WASHINGTON (CN) – A nonpartisan campaign reform group wants a federal judge to compel the Justice Department to un-redact names from a chain of emails secured through a Freedom of Information Act request that it says shed light on the inner workings of President Trump’s now defunct voter fraud commission.
President Trump created the Presidential Advisory Commission on Election Integrity to investigate his belief that millions of illegal aliens and others not eligible to vote cast ballots in the 2016 presidential election — an allegation he says explains his losing to Democrat Hillary Clinton in the popular vote by about 3 million votes.
The president disbanded the commission in January, claiming that “despite substantial evidence of voter fraud, many states have refused to provide the Presidential Advisory Commission on Election Integrity with basic information relevant to its inquiry.”
Shortly after the commission was formed, the Campaign Legal Center filed a Freedom of Information Act request for information about the commission and its formation. Months later, the center received a heavily redacted email thread including a statement by one participant expressing shock that Democrats had been invited to participate.
“There isn’t a single Democratic official that will do anything other than obstruct any investigation of voter fraud and issue constant public announcements criticizing the commission and what it is doing, making claims that is engaged in voter suppression,” one email says. “That decision alone shows how little the WHouse [sic] understands about this issue.”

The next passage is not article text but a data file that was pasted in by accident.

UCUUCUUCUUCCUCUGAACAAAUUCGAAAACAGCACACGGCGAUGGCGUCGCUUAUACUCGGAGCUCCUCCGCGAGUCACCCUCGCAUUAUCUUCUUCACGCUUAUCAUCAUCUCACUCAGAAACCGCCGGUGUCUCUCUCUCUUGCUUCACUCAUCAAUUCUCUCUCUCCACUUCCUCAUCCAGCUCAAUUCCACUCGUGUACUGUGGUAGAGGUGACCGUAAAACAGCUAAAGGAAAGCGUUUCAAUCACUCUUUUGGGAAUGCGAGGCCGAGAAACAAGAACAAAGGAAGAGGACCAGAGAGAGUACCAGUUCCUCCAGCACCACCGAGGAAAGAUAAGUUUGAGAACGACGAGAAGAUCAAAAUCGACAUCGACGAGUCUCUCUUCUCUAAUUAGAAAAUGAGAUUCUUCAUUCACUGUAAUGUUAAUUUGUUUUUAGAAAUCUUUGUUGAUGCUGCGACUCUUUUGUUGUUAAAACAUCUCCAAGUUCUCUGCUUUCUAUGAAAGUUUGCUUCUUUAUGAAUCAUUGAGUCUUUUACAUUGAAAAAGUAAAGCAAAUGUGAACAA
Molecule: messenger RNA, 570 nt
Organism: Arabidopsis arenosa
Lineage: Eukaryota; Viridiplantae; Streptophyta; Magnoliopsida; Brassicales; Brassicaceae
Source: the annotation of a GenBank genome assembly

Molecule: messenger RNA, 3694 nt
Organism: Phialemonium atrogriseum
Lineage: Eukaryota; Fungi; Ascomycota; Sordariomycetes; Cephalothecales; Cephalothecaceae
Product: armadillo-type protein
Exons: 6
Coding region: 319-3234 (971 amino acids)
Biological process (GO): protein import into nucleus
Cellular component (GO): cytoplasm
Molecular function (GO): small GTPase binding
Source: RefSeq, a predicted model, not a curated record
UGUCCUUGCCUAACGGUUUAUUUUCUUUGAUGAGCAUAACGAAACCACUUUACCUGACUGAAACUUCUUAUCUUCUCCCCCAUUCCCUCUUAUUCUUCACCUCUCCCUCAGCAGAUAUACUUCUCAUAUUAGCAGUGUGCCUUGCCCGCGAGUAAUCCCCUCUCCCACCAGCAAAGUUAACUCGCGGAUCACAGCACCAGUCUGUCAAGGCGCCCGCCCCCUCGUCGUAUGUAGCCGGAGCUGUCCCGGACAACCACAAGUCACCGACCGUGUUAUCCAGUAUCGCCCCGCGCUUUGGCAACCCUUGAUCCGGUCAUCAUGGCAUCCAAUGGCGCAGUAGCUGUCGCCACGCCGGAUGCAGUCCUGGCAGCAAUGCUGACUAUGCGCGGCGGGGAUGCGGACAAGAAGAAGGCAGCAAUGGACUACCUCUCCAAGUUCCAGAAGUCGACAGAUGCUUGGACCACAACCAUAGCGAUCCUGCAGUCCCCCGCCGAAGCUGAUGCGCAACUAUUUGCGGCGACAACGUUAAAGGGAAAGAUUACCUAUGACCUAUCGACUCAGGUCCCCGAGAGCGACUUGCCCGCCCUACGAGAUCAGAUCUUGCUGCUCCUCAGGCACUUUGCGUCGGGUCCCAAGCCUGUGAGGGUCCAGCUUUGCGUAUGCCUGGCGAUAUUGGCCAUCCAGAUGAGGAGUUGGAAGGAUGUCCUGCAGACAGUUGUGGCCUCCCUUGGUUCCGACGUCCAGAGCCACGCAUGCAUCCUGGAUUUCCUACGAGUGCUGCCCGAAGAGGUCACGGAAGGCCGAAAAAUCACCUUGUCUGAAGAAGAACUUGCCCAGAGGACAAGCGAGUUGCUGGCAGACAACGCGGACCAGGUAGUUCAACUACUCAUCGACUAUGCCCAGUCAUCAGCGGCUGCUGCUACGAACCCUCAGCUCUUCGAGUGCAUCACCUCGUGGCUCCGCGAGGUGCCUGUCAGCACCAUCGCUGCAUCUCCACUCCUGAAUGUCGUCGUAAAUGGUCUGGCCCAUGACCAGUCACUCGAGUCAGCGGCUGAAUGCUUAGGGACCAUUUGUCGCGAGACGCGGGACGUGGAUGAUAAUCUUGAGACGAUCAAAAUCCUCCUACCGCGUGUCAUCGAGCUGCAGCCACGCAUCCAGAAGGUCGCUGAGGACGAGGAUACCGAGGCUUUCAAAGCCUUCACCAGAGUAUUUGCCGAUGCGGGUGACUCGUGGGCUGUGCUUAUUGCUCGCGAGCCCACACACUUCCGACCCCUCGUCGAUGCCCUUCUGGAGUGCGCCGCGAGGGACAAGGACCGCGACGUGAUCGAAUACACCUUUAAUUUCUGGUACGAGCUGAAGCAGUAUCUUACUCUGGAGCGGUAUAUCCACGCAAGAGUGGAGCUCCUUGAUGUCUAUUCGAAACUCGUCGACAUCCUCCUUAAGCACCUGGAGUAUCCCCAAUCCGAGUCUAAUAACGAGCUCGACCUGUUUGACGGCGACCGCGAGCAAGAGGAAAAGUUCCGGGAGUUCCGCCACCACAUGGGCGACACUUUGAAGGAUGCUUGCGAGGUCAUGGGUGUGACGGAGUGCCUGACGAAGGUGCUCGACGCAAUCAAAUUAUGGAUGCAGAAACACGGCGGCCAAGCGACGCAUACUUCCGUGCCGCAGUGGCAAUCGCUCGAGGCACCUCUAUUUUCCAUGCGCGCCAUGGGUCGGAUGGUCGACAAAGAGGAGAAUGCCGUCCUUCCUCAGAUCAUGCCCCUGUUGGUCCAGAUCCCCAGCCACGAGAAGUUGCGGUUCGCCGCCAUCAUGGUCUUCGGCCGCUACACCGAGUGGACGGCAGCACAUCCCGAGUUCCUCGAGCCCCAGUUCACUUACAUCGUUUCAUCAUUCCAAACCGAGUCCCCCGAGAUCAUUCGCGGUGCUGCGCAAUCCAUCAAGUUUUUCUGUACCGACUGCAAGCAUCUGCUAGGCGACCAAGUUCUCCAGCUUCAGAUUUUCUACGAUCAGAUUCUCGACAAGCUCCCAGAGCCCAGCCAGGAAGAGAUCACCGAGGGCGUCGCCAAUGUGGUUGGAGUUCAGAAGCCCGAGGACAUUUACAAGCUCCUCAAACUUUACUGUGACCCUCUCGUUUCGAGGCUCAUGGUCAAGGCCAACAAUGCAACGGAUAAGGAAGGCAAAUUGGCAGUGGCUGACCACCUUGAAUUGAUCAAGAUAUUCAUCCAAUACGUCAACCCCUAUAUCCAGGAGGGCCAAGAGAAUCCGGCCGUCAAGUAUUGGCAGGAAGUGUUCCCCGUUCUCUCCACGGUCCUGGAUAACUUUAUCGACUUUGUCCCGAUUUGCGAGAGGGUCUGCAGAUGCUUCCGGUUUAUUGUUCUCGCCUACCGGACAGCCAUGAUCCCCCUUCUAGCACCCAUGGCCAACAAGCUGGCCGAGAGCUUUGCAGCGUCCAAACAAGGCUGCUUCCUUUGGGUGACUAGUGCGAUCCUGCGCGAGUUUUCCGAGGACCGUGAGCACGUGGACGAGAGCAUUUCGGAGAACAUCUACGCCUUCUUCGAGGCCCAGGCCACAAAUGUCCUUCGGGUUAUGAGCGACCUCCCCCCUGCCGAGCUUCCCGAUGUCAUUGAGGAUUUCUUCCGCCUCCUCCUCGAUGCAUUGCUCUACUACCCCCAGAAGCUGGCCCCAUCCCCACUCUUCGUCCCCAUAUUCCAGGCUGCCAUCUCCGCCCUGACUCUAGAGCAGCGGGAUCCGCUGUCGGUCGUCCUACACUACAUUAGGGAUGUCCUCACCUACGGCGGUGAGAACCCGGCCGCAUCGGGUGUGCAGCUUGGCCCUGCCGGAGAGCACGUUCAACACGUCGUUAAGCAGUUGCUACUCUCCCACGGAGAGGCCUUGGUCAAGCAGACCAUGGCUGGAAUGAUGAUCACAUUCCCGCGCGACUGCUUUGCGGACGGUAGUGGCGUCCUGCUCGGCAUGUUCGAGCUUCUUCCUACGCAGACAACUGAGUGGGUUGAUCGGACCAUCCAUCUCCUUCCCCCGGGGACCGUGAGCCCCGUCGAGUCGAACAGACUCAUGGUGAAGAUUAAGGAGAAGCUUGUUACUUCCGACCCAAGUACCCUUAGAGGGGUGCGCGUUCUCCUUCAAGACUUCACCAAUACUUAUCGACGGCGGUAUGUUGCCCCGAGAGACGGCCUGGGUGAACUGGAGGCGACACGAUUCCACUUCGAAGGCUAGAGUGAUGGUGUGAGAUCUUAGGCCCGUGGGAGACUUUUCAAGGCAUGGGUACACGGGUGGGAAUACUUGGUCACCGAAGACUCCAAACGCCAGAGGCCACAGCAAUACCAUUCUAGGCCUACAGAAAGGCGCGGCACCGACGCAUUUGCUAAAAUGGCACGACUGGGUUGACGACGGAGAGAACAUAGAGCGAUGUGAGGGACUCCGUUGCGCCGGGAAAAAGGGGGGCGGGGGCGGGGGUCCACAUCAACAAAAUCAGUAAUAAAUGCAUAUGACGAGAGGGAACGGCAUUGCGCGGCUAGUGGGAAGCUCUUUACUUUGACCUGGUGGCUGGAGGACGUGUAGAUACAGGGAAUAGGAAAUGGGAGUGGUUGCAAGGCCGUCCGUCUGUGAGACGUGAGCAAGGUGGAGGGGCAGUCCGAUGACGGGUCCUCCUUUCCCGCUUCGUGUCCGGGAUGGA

Later in the thread, someone says, “[Redacted] are concerned that this commission is being organized in a way that will guarantee its failure. We are astonished that no one in the WH has even bothered to consult with [redacted] despite the fact that the three of us have written more on voter fraud issue than anyone in the country on our side of the political aisle.”
In a federal complaint filed Tuesday in Washington, D.C., the center asks the court to compel the Justice Department to remove the redacted names from email exchanges to expose what it sees as bias in the formation and activities of the commission.
“[The email thread] revealed the true partisan intent of the commission to suppress the vote,” said Corey Goldstone, a spokesperson for the organization. “If Trump wanted this to be a serious commission that looked at election integrity he would have considered another strategy besides lying to the American public about millions of people voting illegally.”
According to the complaint, the Justice Department used many “B6” exemptions to redact names of those involved in the email chain.
Kel McClanahan, executive director of National Security Counselors, a public policy law firm that specialized in FOIA matters, said the B6 exemption is used to withhold information if it includes “personal privacy interests” and they can only be overturned if there is an overriding public interest.
Considering the political nature of the exchange, McClanahan said such B6 exemptions should not apply here.
“In this case, the overriding public interest is in exposing government misconduct,” he said. “[This is] DOJ career officials exchanging emails with and about a political issue.”
“That’s not just relaying information. It’s political gamesmanship,” McClanahan said.